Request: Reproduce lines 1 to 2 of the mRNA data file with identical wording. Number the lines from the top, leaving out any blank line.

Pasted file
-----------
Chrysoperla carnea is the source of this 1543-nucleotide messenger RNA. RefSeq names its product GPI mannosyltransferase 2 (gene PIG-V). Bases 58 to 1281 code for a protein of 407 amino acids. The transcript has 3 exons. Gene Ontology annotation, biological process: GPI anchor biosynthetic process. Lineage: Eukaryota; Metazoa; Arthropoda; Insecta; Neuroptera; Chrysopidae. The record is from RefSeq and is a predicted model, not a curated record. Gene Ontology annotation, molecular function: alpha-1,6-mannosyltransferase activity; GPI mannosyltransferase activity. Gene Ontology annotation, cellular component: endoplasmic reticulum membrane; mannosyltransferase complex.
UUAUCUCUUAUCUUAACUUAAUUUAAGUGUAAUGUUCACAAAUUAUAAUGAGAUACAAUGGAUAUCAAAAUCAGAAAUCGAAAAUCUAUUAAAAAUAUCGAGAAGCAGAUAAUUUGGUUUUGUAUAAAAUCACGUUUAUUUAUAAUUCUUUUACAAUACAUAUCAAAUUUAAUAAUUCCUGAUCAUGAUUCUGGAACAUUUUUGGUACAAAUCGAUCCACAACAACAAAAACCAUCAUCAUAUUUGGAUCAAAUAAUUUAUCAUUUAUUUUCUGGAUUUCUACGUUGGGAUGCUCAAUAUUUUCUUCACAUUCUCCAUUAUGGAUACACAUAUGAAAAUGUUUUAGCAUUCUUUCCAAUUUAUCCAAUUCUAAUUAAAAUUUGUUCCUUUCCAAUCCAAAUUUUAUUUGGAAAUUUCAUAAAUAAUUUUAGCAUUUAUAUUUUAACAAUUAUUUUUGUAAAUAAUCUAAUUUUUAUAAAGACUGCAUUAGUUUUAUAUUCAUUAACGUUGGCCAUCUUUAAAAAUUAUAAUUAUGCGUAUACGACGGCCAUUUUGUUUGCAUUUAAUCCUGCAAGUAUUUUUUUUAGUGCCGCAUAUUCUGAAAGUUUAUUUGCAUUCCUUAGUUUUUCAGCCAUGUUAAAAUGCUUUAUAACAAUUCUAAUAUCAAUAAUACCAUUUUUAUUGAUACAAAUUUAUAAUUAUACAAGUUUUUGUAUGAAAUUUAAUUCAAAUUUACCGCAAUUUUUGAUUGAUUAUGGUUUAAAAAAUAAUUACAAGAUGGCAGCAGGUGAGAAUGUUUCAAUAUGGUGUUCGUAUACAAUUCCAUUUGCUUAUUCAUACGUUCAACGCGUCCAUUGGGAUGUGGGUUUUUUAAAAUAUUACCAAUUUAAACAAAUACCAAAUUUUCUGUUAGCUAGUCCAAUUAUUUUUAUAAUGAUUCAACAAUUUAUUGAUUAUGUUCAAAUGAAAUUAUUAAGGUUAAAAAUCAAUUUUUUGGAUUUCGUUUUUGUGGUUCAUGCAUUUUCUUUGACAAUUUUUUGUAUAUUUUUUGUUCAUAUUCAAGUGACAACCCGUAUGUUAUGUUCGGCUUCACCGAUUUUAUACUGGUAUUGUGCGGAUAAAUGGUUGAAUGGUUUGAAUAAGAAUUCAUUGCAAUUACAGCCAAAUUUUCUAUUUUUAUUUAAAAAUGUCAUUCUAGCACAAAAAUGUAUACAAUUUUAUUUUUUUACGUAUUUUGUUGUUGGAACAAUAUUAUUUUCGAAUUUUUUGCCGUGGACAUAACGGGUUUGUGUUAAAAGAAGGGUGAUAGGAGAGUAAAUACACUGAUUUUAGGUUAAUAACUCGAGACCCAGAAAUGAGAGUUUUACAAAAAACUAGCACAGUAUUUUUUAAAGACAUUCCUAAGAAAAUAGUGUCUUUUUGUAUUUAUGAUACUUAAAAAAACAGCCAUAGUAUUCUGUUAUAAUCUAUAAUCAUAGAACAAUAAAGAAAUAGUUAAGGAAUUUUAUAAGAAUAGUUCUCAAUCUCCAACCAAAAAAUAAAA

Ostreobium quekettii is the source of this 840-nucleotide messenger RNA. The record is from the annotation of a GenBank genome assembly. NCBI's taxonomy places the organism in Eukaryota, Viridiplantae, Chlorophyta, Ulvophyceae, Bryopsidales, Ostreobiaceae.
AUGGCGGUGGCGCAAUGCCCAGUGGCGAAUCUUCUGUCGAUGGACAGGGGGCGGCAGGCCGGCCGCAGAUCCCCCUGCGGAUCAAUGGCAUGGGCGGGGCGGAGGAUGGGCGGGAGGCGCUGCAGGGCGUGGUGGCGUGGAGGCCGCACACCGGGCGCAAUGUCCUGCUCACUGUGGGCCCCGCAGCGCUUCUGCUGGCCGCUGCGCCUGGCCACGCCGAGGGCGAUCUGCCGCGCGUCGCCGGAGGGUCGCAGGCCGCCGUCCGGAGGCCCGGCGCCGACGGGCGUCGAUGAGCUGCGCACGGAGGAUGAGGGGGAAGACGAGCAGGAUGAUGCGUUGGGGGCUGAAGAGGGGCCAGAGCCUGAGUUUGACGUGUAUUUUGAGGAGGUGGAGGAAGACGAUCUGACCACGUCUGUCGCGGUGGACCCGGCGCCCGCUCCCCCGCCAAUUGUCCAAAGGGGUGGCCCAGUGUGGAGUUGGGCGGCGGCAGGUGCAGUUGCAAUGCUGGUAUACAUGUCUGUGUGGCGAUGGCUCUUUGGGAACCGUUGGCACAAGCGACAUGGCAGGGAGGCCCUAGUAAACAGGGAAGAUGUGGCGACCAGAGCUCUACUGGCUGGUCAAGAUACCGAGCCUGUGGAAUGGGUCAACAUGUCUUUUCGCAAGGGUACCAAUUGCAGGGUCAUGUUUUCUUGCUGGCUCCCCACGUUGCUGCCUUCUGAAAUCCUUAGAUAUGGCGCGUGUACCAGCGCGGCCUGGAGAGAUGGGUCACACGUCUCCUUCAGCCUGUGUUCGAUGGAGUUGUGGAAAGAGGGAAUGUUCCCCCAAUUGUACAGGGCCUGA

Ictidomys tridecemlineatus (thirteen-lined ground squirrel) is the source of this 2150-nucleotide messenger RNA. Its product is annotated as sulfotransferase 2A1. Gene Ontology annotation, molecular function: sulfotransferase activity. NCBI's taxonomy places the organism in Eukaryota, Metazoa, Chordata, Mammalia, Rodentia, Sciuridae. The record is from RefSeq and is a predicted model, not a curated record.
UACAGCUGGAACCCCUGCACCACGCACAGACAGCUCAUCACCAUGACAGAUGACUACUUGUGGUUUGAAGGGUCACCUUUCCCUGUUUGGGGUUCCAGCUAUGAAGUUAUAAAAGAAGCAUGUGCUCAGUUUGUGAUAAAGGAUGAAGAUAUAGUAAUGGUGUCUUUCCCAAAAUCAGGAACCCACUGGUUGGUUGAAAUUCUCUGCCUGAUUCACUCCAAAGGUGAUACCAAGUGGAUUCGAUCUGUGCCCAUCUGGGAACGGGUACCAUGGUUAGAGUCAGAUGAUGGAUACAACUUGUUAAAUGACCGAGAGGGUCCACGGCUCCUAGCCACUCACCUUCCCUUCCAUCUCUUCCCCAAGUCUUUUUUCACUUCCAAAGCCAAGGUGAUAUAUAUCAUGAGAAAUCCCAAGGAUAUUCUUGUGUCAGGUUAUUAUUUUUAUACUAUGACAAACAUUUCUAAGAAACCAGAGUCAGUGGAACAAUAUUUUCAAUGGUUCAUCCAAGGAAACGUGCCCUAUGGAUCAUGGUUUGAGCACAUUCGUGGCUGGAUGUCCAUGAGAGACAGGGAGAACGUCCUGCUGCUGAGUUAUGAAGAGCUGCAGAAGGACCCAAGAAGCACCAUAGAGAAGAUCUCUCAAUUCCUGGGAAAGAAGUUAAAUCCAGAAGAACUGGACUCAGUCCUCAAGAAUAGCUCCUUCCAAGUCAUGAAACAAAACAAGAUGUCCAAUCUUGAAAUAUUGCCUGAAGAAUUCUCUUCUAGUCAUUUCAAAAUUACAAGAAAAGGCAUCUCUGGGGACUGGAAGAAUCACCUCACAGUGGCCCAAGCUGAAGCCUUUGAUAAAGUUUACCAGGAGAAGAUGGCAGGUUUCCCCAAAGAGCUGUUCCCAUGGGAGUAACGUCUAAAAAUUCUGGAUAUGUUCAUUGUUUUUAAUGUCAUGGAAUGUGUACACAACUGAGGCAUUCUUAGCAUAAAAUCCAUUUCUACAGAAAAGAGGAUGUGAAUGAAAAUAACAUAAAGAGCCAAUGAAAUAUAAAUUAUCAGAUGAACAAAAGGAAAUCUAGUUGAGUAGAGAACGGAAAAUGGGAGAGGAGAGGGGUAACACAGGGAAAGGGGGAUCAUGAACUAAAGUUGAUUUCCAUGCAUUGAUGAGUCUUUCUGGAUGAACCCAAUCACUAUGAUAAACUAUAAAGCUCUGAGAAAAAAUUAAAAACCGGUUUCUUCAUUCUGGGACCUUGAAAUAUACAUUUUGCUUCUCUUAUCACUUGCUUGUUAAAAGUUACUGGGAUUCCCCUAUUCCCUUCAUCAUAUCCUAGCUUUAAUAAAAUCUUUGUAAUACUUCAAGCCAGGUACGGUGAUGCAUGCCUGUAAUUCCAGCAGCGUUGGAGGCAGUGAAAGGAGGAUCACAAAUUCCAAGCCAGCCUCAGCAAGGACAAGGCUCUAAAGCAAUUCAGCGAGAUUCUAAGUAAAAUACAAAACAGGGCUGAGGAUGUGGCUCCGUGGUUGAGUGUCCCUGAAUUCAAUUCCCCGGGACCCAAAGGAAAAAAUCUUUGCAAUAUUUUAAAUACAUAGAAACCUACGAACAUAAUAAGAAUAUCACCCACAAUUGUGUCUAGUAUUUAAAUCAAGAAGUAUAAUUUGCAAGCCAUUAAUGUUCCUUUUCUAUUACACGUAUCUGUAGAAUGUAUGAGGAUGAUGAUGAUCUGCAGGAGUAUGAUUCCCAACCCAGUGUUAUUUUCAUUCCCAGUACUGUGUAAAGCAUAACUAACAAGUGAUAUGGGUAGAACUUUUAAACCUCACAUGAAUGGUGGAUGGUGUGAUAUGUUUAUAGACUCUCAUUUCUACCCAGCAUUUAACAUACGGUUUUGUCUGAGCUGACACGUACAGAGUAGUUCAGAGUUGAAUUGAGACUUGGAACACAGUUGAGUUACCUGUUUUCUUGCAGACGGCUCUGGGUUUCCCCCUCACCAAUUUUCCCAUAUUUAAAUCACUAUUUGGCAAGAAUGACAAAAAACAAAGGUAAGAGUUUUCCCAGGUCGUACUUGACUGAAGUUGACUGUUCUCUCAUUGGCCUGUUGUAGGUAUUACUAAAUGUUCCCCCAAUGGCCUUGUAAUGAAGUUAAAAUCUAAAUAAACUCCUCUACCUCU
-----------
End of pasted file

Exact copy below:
Chrysoperla carnea is the source of this 1543-nucleotide messenger RNA. RefSeq names its product GPI mannosyltransferase 2 (gene PIG-V). Bases 58 to 1281 code for a protein of 407 amino acids. The transcript has 3 exons. Gene Ontology annotation, biological process: GPI anchor biosynthetic process. Lineage: Eukaryota; Metazoa; Arthropoda; Insecta; Neuroptera; Chrysopidae. The record is from RefSeq and is a predicted model, not a curated record. Gene Ontology annotation, molecular function: alpha-1,6-mannosyltransferase activity; GPI mannosyltransferase activity. Gene Ontology annotation, cellular component: endoplasmic reticulum membrane; mannosyltransferase complex.
UUAUCUCUUAUCUUAACUUAAUUUAAGUGUAAUGUUCACAAAUUAUAAUGAGAUACAAUGGAUAUCAAAAUCAGAAAUCGAAAAUCUAUUAAAAAUAUCGAGAAGCAGAUAAUUUGGUUUUGUAUAAAAUCACGUUUAUUUAUAAUUCUUUUACAAUACAUAUCAAAUUUAAUAAUUCCUGAUCAUGAUUCUGGAACAUUUUUGGUACAAAUCGAUCCACAACAACAAAAACCAUCAUCAUAUUUGGAUCAAAUAAUUUAUCAUUUAUUUUCUGGAUUUCUACGUUGGGAUGCUCAAUAUUUUCUUCACAUUCUCCAUUAUGGAUACACAUAUGAAAAUGUUUUAGCAUUCUUUCCAAUUUAUCCAAUUCUAAUUAAAAUUUGUUCCUUUCCAAUCCAAAUUUUAUUUGGAAAUUUCAUAAAUAAUUUUAGCAUUUAUAUUUUAACAAUUAUUUUUGUAAAUAAUCUAAUUUUUAUAAAGACUGCAUUAGUUUUAUAUUCAUUAACGUUGGCCAUCUUUAAAAAUUAUAAUUAUGCGUAUACGACGGCCAUUUUGUUUGCAUUUAAUCCUGCAAGUAUUUUUUUUAGUGCCGCAUAUUCUGAAAGUUUAUUUGCAUUCCUUAGUUUUUCAGCCAUGUUAAAAUGCUUUAUAACAAUUCUAAUAUCAAUAAUACCAUUUUUAUUGAUACAAAUUUAUAAUUAUACAAGUUUUUGUAUGAAAUUUAAUUCAAAUUUACCGCAAUUUUUGAUUGAUUAUGGUUUAAAAAAUAAUUACAAGAUGGCAGCAGGUGAGAAUGUUUCAAUAUGGUGUUCGUAUACAAUUCCAUUUGCUUAUUCAUACGUUCAACGCGUCCAUUGGGAUGUGGGUUUUUUAAAAUAUUACCAAUUUAAACAAAUACCAAAUUUUCUGUUAGCUAGUCCAAUUAUUUUUAUAAUGAUUCAACAAUUUAUUGAUUAUGUUCAAAUGAAAUUAUUAAGGUUAAAAAUCAAUUUUUUGGAUUUCGUUUUUGUGGUUCAUGCAUUUUCUUUGACAAUUUUUUGUAUAUUUUUUGUUCAUAUUCAAGUGACAACCCGUAUGUUAUGUUCGGCUUCACCGAUUUUAUACUGGUAUUGUGCGGAUAAAUGGUUGAAUGGUUUGAAUAAGAAUUCAUUGCAAUUACAGCCAAAUUUUCUAUUUUUAUUUAAAAAUGUCAUUCUAGCACAAAAAUGUAUACAAUUUUAUUUUUUUACGUAUUUUGUUGUUGGAACAAUAUUAUUUUCGAAUUUUUUGCCGUGGACAUAACGGGUUUGUGUUAAAAGAAGGGUGAUAGGAGAGUAAAUACACUGAUUUUAGGUUAAUAACUCGAGACCCAGAAAUGAGAGUUUUACAAAAAACUAGCACAGUAUUUUUUAAAGACAUUCCUAAGAAAAUAGUGUCUUUUUGUAUUUAUGAUACUUAAAAAAACAGCCAUAGUAUUCUGUUAUAAUCUAUAAUCAUAGAACAAUAAAGAAAUAGUUAAGGAAUUUUAUAAGAAUAGUUCUCAAUCUCCAACCAAAAAAUAAAA